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Last Updated: Thursday, 28 October, 2004, 10:20 GMT 11:20 UK
Indonesian cleric back on trial
Militant cleric Abu Bakar Bas'asyir is brought into court, 28 Oct
The ageing cleric's trial could go on for months
A radical Islamic cleric has gone on trial in Indonesia, charged in connection with the Bali nightclub bombings two years ago.

Abu Bakar Ba'asyir also faces charges over a Jakarta hotel attack in 2003.

The 66-year-old cleric appeared relaxed as he arrived at the court in Jakarta. He proclaimed his innocence and berated US President George W Bush.

Ba'asyir stands accused of being the spiritual leader of militant Islamic network Jemaah Islamiah (JI).

The prosecution will argue that, in this influential position, he encouraged and facilitated those under him to carry out acts of terrorism.

Some of the charges he faces could, if proven, carry the death penalty.

Ba'asyir was acquitted of treason charges last year, after judges ruled that there was not enough evidence to link him to JI.

But prosecutors now say they have further evidence to back up their case.

The trial has been adjourned until next week.

Loud support

Wearing his trademark white scarf and white cap, Abu Bakar Ba'asyir entered the courtroom under armed guard.

After a chorus of chants from his supporters, the cleric was given leave to speak.

Under anti-terror law:
  • Conspiring, planning and inciting acts of terrorism (e.g. Marriott attacks)
  • Using position to influence/persuade others
  • Withholding information
  • Under criminal code:
  • Accessory to Bali attacks

  • "Please remain calm," he said. "There are things in this indictment that we might not accept, but let God be our judge."

    "It's clear I'm not guilty. I'm sure," he added.

    Ba'asyir has often denied the charges against him - in fact he denies that JI even exists - and insists the trial is an American-led conspiracy.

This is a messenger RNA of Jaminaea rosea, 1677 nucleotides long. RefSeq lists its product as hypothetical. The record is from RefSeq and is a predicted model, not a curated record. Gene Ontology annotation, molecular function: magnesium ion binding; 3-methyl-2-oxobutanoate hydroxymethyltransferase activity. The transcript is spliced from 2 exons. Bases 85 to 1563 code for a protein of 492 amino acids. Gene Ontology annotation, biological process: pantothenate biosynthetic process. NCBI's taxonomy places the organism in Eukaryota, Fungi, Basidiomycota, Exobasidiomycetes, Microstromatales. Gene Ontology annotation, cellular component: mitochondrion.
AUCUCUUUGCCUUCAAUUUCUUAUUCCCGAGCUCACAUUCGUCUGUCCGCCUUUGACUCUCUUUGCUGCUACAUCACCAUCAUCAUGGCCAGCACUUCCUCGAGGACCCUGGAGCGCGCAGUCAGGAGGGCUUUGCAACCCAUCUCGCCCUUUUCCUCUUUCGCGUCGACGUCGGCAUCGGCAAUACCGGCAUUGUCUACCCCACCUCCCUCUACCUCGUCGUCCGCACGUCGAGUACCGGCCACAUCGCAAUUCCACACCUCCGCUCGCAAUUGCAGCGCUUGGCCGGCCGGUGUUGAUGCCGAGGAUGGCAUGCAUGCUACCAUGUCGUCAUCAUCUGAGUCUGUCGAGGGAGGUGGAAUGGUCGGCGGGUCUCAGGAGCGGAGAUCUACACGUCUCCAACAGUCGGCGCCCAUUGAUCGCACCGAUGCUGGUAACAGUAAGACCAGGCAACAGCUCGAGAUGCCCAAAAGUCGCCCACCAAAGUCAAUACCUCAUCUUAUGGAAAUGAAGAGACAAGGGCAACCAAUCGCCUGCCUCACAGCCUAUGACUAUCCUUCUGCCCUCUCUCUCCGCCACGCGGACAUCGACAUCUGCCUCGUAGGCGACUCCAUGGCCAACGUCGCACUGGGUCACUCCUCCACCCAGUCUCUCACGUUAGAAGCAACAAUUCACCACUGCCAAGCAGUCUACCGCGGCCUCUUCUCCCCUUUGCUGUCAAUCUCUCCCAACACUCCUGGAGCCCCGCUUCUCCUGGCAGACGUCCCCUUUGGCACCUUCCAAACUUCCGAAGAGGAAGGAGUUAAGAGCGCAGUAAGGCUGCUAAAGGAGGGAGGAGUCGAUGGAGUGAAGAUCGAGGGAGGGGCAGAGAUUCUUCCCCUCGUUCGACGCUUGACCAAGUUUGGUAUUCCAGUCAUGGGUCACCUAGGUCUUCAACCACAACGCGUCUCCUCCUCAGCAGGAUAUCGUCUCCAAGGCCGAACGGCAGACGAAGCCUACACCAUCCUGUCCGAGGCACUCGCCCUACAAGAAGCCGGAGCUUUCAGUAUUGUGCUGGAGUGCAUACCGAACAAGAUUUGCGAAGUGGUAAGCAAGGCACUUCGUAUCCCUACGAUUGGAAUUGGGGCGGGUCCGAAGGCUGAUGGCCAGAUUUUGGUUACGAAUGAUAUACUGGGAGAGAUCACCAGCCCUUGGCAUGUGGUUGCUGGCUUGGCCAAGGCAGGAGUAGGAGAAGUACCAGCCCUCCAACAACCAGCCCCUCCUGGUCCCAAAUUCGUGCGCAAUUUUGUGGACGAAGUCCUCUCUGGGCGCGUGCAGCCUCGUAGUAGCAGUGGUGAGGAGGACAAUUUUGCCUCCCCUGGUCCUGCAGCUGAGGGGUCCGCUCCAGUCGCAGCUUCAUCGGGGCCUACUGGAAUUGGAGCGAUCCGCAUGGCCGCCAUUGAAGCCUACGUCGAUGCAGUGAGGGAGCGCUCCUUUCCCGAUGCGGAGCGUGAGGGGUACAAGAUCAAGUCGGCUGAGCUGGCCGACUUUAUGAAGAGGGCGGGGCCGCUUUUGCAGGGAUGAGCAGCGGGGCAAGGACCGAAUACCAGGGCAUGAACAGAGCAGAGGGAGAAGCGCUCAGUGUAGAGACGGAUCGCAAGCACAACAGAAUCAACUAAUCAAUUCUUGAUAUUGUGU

Before appearing in court on Thursday, he accused US President George Bush of being from "Satan America" and Australian Prime Minister John Howard of orchestrating the trial.

    But when the charges were read out to him, he said he did not fully understand what he was being accused of, according to the BBC correspondent at the trial, Rachel Harvey.

    The 65-page indictment accused Ba'asyir of heading JI, an al-Qaeda linked group blamed for a string of attacks including the Bali bombings, the Marriott Hotel attack and the suicide car bombing outside the Australian embassy in September this year.

    Supporters of militant cleric Abu Bakar Bashir shout 'Allahuakbar!' (God is great) during his trial in Jakarta, 28 Oct
    Ba'asyir still has many supporters, some of whom were in court
    "The defendant... planned and or moved other people to conduct terrorism crimes... to create the atmosphere of terror, resulting in mass casualties," prosecutor Salman Maryadi told reporters.

    Mr Maryadi gave no details of what crimes Ba'asyir had planned, but said that when the cleric visited a JI militant training camp in the southern Philippines in 2000, his incitement prompted others to carry out the Marriott attack three years later.

    Mr Maryadi accused Ba'asyir of passing on an order from Osama bin Laden which "permitted the waging of war against, and the killing of, Americans and their allies".

    The indictment also said that two months before the Bali blasts, Ba'asyir met Amrozi, one of the men convicted of carrying out the bombings.

    Amrozi is said to have asked the cleric what he thought if "friends held an event in Bali". Ba'asyir allegedly replied that it was up to them.

    "Due to the calls from the teacher, these people then conducted bomb explosions in Bali," Mr Maryadi told the court.

    Proving a link

    Ba'asyir is principally being tried in relation to the Marriott hotel bombing, under new anti-terror laws passed in the wake of the Bali attacks.

    All those people who do not agree with the interests of George Bush are called terrorists
    Abu Bakar Ba'asyir
    This legislation cannot be applied retroactively, and he is therefore being charged with involvement in the Bali attack itself under Indonesia's criminal law, which requires a higher burden of proof to convict someone of terrorism offences.

    The case against Ba'asyir hinges on the prosecution's ability to prove he is or was the leader of JI.

    The judge in his previous trial last year ruled that, at that time, there was insufficient evidence to prove any such connection.

    But the police say they now have new witnesses to make their case, as well as new documents at their disposal.

    Our correspondent says that one such document is likely to be a JI guide found during a police raid last year.

    Watch Ba'asyir try to calm his supporters in court

    Abu Bakar Ba'asyir's legal saga
    27 Oct 04  |  Asia-Pacific
    Profile: Abu Bakar Ba'asyir
    27 Oct 04  |  Asia-Pacific
    Jemaah Islamiah still a threat
    13 Sep 04  |  Asia-Pacific
    The Bali bombing plot
    02 Oct 03  |  Asia-Pacific


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